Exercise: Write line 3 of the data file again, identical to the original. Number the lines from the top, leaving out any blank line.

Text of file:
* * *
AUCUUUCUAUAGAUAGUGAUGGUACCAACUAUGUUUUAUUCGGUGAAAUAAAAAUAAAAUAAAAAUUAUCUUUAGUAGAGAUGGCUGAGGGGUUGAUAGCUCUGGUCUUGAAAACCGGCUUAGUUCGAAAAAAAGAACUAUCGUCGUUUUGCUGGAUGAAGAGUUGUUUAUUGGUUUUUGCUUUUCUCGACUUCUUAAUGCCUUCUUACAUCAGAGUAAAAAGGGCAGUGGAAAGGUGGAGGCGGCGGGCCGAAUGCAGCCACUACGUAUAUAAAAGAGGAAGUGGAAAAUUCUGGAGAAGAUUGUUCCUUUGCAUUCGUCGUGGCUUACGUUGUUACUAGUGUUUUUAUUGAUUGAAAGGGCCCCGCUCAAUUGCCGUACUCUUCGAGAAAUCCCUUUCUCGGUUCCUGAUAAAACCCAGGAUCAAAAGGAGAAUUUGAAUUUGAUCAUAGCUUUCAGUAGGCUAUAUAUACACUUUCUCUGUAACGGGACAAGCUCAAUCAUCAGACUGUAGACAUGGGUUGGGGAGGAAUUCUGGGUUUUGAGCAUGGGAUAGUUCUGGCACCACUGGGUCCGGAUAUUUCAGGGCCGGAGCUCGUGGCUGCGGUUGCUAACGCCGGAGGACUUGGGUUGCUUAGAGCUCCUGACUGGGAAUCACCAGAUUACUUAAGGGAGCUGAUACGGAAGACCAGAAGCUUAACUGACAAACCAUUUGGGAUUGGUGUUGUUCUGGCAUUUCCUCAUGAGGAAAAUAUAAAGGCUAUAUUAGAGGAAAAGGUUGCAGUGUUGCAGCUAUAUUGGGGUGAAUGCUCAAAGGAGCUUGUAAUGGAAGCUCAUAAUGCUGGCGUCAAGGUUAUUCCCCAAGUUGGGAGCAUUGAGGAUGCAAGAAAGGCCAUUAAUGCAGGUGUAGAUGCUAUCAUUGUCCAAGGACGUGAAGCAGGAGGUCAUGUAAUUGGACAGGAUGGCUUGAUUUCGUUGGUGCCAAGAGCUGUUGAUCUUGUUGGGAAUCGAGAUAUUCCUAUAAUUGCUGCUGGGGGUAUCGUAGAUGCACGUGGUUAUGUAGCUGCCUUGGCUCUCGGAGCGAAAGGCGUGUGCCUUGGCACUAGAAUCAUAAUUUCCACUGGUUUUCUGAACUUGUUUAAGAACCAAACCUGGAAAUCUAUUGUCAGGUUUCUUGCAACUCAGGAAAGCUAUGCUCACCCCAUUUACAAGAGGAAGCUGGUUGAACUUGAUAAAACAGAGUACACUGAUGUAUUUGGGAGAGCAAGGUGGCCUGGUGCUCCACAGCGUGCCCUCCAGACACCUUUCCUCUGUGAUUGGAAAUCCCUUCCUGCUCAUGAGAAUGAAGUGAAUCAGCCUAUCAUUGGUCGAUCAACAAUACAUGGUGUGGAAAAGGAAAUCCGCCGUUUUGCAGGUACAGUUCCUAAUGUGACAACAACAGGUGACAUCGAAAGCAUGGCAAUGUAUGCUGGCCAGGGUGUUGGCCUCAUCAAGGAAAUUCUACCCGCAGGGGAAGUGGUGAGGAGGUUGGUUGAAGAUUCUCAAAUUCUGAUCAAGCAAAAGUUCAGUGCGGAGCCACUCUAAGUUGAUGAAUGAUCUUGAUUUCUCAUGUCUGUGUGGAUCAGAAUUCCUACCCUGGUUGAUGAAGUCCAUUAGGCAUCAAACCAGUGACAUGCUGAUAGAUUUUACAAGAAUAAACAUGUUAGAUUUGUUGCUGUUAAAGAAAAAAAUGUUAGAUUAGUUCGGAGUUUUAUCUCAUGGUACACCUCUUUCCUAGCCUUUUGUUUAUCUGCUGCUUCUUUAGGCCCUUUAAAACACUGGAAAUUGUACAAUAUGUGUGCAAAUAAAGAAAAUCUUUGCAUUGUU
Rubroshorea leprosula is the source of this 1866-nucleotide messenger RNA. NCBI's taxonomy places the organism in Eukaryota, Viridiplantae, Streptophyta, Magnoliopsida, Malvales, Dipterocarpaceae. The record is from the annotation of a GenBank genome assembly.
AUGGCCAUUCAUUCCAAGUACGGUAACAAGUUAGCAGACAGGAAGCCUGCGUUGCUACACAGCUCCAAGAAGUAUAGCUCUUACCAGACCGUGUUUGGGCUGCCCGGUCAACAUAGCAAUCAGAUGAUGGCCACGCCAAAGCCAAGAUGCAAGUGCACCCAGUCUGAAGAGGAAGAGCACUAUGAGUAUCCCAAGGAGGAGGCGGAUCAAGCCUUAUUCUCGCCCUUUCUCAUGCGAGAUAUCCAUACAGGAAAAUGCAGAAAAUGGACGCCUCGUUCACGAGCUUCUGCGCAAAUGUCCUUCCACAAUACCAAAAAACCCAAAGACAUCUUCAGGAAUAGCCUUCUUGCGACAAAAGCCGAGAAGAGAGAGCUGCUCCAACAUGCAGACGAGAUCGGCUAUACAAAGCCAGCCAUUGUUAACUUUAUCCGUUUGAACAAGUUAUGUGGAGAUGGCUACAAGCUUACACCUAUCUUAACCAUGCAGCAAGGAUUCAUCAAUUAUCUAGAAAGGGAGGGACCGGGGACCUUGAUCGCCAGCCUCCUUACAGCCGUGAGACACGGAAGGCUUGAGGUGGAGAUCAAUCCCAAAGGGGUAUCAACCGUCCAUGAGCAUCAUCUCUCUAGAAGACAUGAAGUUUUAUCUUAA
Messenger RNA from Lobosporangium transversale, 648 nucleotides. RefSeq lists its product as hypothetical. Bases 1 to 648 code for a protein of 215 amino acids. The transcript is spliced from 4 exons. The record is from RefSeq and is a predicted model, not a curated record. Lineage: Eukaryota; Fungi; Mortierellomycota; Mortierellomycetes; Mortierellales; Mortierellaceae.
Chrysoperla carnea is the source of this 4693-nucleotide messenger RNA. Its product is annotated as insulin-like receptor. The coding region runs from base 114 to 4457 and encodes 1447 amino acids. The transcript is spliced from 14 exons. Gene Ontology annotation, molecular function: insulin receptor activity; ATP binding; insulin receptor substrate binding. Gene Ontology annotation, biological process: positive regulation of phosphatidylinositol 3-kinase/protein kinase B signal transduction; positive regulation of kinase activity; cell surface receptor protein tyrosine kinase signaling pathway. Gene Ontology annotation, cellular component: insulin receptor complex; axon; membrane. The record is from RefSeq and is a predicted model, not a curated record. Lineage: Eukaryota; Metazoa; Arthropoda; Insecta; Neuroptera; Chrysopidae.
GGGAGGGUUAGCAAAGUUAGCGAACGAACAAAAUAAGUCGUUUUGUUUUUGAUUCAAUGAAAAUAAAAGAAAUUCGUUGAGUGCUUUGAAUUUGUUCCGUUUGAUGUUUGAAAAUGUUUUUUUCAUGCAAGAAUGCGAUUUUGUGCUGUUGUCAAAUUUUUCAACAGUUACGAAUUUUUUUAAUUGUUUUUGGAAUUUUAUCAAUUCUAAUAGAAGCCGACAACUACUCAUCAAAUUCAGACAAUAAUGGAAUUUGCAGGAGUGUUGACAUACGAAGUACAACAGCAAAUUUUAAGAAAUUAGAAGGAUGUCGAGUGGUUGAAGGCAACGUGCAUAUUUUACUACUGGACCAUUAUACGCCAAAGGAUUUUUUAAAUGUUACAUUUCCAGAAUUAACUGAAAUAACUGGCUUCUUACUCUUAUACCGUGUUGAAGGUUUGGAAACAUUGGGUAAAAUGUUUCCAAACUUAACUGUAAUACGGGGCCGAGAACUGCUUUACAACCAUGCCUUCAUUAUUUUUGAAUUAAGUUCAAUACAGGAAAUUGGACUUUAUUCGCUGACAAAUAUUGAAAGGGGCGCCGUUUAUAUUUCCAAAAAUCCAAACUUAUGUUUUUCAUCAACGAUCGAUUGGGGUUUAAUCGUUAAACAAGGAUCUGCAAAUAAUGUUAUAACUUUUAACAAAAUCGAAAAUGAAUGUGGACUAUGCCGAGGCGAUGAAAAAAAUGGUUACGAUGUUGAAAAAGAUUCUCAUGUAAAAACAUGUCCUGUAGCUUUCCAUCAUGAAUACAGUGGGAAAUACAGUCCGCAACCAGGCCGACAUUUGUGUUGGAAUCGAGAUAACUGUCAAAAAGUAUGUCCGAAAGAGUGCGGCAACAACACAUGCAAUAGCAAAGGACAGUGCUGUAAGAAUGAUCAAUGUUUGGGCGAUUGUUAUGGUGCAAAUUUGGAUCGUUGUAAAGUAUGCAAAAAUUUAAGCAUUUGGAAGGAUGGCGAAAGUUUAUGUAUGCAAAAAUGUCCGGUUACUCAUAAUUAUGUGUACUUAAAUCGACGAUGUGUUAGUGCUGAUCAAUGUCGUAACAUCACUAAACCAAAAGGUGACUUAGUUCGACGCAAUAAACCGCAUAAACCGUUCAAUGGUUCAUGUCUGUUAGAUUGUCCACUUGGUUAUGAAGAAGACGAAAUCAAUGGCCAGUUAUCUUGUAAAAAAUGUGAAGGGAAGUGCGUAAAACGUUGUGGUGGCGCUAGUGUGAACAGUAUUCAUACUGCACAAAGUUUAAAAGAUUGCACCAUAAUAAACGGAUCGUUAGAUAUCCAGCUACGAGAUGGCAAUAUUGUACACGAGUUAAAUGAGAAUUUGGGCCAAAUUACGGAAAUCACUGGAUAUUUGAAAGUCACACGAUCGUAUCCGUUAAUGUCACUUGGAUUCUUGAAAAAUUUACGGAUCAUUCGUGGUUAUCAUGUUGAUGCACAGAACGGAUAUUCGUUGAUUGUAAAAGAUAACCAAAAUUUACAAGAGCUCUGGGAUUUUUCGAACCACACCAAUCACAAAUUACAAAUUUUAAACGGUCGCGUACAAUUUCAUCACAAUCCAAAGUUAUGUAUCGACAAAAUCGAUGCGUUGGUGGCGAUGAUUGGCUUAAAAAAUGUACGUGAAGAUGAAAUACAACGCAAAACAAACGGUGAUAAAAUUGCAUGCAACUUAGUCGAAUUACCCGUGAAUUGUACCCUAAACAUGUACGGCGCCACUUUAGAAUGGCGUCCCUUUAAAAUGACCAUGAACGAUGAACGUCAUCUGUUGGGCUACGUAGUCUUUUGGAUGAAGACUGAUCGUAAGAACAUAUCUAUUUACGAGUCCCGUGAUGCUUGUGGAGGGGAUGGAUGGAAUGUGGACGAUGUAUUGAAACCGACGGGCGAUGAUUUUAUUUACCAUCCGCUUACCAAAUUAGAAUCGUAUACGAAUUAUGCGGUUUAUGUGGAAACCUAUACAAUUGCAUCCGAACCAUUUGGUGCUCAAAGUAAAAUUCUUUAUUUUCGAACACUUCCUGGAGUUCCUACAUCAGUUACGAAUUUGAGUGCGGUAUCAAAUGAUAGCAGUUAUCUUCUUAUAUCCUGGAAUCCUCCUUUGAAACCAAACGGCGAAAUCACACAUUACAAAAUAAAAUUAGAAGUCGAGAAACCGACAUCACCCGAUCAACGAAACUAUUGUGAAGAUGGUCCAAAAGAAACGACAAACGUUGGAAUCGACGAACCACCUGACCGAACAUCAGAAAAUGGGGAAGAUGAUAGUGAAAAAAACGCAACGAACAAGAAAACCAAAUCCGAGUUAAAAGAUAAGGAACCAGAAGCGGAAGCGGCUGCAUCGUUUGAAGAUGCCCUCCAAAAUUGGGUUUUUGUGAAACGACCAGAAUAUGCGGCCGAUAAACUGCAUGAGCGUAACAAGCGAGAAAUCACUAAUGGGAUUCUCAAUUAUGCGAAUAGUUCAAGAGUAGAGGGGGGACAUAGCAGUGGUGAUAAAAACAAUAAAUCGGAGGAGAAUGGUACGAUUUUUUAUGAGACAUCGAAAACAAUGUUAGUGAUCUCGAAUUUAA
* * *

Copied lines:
AUGGCCAUUCAUUCCAAGUACGGUAACAAGUUAGCAGACAGGAAGCCUGCGUUGCUACACAGCUCCAAGAAGUAUAGCUCUUACCAGACCGUGUUUGGGCUGCCCGGUCAACAUAGCAAUCAGAUGAUGGCCACGCCAAAGCCAAGAUGCAAGUGCACCCAGUCUGAAGAGGAAGAGCACUAUGAGUAUCCCAAGGAGGAGGCGGAUCAAGCCUUAUUCUCGCCCUUUCUCAUGCGAGAUAUCCAUACAGGAAAAUGCAGAAAAUGGACGCCUCGUUCACGAGCUUCUGCGCAAAUGUCCUUCCACAAUACCAAAAAACCCAAAGACAUCUUCAGGAAUAGCCUUCUUGCGACAAAAGCCGAGAAGAGAGAGCUGCUCCAACAUGCAGACGAGAUCGGCUAUACAAAGCCAGCCAUUGUUAACUUUAUCCGUUUGAACAAGUUAUGUGGAGAUGGCUACAAGCUUACACCUAUCUUAACCAUGCAGCAAGGAUUCAUCAAUUAUCUAGAAAGGGAGGGACCGGGGACCUUGAUCGCCAGCCUCCUUACAGCCGUGAGACACGGAAGGCUUGAGGUGGAGAUCAAUCCCAAAGGGGUAUCAACCGUCCAUGAGCAUCAUCUCUCUAGAAGACAUGAAGUUUUAUCUUAA